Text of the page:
Note: Destroying artifacts is a dangerous business, and 95% likely to attract the attention of some powerful being who has an interest or connection with the device. Additionally, if an artifact is destroyed, the casting wizard must roll a successful saving throw vs. spell with a -4 penalty or permanently lose all spellcasting abilities.
When a power word, kill spell is uttered, one or more creatures of any type within the spell range and area of effect are slain. The power word kills either one creature with up to 60 hit points, or multiple creatures with 10 or fewer hit points each, to a maximum of 120 hit points total. The option to attack a single creature or multiple creatures must be stated along with the spell range and center of the area of effect. The current hit points of the creatures are used.
This spell enables the wizard to conjure up an immobile, opaque globe of shimmering, multicolored light to surround him, giving protection from all forms of attack. The sphere flashes in all colors of the visible spectrum, seven of which have distinct powers and purposes. Any creature with fewer than 8 Hit Dice is blinded for 2d4 turns by the colors
of the sphere. Only the spellcaster can pass in and out of the prismatic sphere without harm, though he can cast it over others to protect them. The sphere can be destroyed, color by color, in consecutive order, by various magical effects; however, the first must be brought down before the second can be affected, and so on. Any creature passing
through the barrier receives the effect of every color still remaining. The following table shows the colors and effects of the prismatic sphere, as well as what will negate each globe.
Note that typically the upper hemisphere of the globe is visible, as the spellcaster is at the center of the sphere, so the lower half is usually hidden by the floor surface he is standing on.
Furthermore, a rod of cancellation or a Mordenkainen's disjunction spell will destroy a prismatic sphere (but an antimagic shell will fail to penetrate it). Otherwise, anything short of an artifact or relic entering the sphere is destroyed, and any creature is subject to the effects of every color still active--i.e., 70-140 points of damage plus death, petrification, insanity, and instantaneous transportation to another plane.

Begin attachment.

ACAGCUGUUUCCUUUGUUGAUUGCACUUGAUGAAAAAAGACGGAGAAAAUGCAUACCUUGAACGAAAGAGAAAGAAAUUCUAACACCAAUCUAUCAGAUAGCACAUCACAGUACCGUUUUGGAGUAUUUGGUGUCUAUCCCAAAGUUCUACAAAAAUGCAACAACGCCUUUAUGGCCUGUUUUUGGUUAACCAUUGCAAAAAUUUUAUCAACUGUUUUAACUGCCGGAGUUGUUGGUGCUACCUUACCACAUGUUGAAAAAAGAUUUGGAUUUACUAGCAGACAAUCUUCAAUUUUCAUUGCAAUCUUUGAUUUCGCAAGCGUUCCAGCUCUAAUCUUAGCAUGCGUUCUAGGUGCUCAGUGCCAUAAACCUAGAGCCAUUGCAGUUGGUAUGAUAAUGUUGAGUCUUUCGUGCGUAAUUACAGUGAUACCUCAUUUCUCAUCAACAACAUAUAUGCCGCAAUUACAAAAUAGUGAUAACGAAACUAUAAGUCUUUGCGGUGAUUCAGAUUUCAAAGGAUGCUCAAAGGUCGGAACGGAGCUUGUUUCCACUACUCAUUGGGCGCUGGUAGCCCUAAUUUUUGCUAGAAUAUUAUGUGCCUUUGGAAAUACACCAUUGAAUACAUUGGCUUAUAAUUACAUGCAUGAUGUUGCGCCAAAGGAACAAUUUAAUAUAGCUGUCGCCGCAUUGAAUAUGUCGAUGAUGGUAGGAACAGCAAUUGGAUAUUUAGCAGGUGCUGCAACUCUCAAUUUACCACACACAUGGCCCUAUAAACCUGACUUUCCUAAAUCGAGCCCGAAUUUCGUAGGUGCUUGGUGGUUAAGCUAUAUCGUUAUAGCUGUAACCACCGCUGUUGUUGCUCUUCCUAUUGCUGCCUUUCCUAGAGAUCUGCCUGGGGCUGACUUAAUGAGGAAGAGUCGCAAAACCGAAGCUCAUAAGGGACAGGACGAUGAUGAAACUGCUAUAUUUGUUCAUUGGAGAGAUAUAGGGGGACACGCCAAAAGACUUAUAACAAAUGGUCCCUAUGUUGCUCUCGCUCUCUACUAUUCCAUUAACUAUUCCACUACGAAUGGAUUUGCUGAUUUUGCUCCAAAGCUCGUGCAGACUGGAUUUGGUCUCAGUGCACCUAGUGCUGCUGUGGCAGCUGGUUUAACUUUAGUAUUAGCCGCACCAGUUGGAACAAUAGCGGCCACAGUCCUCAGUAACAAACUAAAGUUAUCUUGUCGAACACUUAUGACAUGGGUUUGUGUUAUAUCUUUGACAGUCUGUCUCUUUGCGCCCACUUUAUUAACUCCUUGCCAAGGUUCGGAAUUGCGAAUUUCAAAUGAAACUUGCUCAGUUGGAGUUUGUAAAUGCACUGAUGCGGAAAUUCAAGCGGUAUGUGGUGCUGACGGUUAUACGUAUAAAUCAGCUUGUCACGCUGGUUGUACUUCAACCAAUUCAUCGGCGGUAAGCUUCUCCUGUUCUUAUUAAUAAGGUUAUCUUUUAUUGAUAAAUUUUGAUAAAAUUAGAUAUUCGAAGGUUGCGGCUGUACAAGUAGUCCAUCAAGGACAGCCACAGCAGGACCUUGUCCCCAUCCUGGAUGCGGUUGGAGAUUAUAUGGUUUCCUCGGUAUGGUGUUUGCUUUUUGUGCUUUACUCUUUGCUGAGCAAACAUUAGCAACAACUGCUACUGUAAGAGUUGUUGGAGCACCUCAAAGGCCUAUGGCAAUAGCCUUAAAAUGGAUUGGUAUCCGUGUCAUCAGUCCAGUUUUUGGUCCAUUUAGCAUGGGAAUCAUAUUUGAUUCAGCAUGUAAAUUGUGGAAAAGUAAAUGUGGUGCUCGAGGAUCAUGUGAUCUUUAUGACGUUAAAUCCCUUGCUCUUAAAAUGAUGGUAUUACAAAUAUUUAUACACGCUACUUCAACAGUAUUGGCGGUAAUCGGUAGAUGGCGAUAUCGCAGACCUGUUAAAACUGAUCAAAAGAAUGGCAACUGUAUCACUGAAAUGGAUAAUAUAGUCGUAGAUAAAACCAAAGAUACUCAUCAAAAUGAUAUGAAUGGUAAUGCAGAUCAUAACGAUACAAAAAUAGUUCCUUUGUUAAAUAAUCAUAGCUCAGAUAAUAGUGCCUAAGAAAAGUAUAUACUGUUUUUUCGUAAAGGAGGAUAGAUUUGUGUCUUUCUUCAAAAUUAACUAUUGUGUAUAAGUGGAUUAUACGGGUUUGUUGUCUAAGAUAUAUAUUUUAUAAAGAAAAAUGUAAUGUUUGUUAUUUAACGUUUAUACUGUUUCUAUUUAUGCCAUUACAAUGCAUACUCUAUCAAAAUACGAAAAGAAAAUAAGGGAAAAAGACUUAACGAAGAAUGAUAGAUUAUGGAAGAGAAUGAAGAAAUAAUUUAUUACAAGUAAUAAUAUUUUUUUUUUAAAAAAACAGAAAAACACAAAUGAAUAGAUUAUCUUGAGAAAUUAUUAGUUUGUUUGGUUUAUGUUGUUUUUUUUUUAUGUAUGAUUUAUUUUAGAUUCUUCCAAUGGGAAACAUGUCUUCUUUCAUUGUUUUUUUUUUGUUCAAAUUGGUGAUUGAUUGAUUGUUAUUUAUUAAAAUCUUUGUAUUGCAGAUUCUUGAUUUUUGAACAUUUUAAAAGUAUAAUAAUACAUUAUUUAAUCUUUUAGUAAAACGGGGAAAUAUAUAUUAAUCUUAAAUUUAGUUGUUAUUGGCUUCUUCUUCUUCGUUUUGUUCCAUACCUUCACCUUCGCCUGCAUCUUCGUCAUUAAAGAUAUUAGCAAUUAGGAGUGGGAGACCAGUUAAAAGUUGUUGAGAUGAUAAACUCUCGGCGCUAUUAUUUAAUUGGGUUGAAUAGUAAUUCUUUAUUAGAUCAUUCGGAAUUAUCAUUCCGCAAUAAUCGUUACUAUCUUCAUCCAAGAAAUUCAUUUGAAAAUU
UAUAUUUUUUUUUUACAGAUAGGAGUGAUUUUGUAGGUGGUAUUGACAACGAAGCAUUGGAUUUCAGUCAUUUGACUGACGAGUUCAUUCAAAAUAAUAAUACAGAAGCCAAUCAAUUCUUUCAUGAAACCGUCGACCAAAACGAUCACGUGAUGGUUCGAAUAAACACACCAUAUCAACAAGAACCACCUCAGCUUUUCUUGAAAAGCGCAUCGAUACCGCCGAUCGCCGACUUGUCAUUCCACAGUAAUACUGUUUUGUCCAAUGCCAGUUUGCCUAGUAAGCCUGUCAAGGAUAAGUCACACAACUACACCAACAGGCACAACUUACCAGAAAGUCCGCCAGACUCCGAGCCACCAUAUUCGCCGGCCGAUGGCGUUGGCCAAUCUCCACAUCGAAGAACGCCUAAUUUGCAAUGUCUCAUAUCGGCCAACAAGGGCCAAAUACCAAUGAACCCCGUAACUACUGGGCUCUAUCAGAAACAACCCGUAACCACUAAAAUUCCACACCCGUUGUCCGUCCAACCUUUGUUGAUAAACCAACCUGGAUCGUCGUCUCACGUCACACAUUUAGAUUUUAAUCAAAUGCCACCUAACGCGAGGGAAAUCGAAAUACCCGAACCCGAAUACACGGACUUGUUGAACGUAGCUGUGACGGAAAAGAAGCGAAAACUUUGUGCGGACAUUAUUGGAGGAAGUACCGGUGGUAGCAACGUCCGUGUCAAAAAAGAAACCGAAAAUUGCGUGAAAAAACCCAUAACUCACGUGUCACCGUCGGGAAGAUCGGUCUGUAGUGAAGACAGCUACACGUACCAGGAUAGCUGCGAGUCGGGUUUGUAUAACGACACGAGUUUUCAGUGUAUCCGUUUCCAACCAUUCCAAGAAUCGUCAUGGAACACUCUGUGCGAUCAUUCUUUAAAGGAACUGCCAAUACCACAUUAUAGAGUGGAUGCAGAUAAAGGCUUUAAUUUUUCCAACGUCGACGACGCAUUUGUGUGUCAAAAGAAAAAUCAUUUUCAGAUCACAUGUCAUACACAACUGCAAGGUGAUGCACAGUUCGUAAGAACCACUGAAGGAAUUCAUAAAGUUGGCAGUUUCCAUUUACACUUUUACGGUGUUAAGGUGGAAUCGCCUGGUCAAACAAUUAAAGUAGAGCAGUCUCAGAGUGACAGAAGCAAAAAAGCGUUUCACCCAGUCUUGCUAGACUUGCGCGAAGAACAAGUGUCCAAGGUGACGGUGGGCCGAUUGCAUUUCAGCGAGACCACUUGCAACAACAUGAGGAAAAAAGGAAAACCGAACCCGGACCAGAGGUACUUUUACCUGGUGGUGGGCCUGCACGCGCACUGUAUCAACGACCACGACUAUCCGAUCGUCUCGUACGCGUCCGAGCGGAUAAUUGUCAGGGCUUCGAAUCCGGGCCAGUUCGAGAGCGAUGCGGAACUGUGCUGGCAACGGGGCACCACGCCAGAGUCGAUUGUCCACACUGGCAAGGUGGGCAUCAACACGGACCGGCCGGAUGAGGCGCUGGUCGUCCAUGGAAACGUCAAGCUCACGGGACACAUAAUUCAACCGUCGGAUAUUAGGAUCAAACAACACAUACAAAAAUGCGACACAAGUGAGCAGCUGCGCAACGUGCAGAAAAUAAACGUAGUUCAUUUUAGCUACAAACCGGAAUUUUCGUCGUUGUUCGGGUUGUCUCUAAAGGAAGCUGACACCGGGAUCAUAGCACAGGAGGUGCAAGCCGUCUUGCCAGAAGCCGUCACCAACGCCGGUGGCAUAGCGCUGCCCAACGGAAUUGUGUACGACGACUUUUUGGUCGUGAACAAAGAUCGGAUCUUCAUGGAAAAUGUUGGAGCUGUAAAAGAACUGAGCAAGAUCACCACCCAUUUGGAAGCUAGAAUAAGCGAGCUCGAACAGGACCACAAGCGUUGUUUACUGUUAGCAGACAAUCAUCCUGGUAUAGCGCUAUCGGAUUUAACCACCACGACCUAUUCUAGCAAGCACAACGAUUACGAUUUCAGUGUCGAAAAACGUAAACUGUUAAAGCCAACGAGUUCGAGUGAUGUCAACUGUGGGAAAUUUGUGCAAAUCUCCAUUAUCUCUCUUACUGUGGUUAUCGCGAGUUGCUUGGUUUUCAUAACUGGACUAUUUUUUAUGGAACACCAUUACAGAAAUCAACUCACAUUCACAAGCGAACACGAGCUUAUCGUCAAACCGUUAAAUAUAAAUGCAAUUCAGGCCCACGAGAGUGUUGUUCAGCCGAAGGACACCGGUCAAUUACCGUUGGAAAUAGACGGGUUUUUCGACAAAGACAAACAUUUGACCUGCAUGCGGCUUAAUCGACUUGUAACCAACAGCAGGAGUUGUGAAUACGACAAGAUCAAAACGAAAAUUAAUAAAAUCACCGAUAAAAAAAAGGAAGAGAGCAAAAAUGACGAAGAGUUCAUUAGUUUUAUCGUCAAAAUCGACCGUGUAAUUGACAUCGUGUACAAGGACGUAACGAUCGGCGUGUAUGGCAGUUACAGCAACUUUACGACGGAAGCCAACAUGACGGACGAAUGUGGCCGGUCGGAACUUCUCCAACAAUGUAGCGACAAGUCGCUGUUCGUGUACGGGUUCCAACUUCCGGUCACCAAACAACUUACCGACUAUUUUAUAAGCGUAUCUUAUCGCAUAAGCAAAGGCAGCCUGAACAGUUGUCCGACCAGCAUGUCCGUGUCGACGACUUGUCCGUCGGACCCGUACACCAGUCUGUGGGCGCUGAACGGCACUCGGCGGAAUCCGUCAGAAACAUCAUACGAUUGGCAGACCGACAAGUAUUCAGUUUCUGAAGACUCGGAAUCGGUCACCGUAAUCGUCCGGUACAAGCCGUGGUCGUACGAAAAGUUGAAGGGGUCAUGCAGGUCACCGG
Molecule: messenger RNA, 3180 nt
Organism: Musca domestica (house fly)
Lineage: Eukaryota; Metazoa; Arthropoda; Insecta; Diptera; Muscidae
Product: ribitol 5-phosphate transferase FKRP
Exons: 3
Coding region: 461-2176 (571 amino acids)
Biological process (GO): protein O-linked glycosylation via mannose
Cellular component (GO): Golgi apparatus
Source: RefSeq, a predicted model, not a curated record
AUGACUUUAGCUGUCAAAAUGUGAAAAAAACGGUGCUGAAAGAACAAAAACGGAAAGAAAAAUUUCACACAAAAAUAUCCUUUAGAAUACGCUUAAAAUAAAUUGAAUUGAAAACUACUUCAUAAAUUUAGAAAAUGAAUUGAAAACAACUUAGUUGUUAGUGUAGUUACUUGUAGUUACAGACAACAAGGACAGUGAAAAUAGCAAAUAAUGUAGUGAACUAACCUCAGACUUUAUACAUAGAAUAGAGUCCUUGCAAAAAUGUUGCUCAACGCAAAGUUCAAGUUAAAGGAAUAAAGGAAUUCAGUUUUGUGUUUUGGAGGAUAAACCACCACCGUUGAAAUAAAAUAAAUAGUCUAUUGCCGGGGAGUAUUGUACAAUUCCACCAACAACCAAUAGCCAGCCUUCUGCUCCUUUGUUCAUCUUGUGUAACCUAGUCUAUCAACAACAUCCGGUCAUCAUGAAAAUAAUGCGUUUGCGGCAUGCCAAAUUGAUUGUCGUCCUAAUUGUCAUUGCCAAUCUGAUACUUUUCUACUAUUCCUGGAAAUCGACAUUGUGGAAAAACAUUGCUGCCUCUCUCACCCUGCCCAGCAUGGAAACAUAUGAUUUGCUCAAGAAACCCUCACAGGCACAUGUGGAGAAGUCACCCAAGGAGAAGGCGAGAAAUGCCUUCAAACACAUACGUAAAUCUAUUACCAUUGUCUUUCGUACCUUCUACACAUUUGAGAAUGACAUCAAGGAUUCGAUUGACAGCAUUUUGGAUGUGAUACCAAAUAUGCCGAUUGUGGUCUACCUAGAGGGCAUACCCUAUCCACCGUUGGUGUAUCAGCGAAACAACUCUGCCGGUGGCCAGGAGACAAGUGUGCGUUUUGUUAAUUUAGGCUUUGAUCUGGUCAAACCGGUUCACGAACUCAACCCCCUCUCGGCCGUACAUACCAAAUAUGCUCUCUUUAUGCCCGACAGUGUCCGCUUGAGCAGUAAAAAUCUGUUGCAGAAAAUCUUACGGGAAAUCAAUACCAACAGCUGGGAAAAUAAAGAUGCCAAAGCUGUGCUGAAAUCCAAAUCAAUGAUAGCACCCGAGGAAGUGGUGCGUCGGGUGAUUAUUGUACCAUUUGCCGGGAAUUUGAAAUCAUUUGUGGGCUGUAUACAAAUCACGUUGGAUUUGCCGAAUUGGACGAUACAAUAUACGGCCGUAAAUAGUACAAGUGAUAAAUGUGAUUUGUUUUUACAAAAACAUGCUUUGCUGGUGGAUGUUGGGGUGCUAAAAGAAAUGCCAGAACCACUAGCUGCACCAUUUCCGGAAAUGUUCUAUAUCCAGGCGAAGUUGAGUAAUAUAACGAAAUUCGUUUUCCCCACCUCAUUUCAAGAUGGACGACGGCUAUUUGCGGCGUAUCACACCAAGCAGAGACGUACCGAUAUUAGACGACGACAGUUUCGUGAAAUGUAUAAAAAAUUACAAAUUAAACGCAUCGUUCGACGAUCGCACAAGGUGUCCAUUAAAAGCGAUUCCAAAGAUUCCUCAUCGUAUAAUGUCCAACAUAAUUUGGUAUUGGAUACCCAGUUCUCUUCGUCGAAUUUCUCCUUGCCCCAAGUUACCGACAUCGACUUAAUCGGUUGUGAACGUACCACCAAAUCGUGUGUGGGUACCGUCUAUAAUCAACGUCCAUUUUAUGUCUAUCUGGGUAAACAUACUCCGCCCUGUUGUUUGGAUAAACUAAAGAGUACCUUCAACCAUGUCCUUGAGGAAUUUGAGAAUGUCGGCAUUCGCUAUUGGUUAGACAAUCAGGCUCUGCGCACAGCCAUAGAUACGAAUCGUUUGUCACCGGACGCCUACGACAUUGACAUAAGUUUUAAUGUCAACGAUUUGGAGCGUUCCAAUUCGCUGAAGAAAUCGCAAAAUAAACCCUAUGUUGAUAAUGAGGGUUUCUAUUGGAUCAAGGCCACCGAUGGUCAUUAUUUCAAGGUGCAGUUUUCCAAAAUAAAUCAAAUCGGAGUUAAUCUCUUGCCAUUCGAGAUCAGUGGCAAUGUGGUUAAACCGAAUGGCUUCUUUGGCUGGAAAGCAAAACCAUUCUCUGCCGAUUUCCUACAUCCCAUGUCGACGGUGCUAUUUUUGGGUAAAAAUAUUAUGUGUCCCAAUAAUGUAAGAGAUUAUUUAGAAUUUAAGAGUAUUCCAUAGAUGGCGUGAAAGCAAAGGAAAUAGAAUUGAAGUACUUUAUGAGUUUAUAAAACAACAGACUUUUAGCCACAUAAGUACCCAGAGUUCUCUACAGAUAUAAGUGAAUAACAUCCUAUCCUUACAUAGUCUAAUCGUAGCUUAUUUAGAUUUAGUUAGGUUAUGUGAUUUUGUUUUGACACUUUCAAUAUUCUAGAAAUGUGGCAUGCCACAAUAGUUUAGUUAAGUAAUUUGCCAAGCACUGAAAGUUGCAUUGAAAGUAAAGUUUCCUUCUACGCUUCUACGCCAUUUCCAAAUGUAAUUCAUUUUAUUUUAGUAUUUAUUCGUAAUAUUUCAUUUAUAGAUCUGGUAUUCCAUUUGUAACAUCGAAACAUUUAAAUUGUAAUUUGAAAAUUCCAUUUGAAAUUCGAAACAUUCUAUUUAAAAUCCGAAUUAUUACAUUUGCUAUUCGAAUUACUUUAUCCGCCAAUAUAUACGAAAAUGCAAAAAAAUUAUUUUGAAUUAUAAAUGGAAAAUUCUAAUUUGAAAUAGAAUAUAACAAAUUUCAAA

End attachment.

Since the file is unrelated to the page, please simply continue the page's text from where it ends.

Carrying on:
This particular spell was the last and most powerful spell developed by the archmentalist Rheizom. It allows the wizard to selectively destroy, alter, or implant memories in the subject creature as he sees fit. He can completely reprogram a character, inventing a new persona, a new alignment, and assigning a new class as he sees fit. Only sentient beings can be affected; if the subject is not human, humanoid, or demihuman, he gains a +4 bonus on his saving throw.
As described above, programmed amnesia can be used to achieve several different effects. The wizard may choose to make use of any or all of the effects listed below:
A. Memory erasure. Any or all memories possessed by the subject can be erased at the caster
With this spell, a wizard is able to assume the form of any living thing or creature below demigod status (greater or lesser deity, singular dragon type, or the like). The spellcaster becomes the creature he wishes, and has all of its abilities save those dependent upon Intelligence, innate magical abilities, and magic resistance, for the mind of the creature is that of the spellcaster. Thus, he can change into a griffon and fly away, then to an efreet and fly through a roaring flame, then to a titan to lift up a wagon, etc. These creatures have whatever hit points the wizard had at the time of the shape change. Each alteration in form requires only a second, and no system shock is incurred.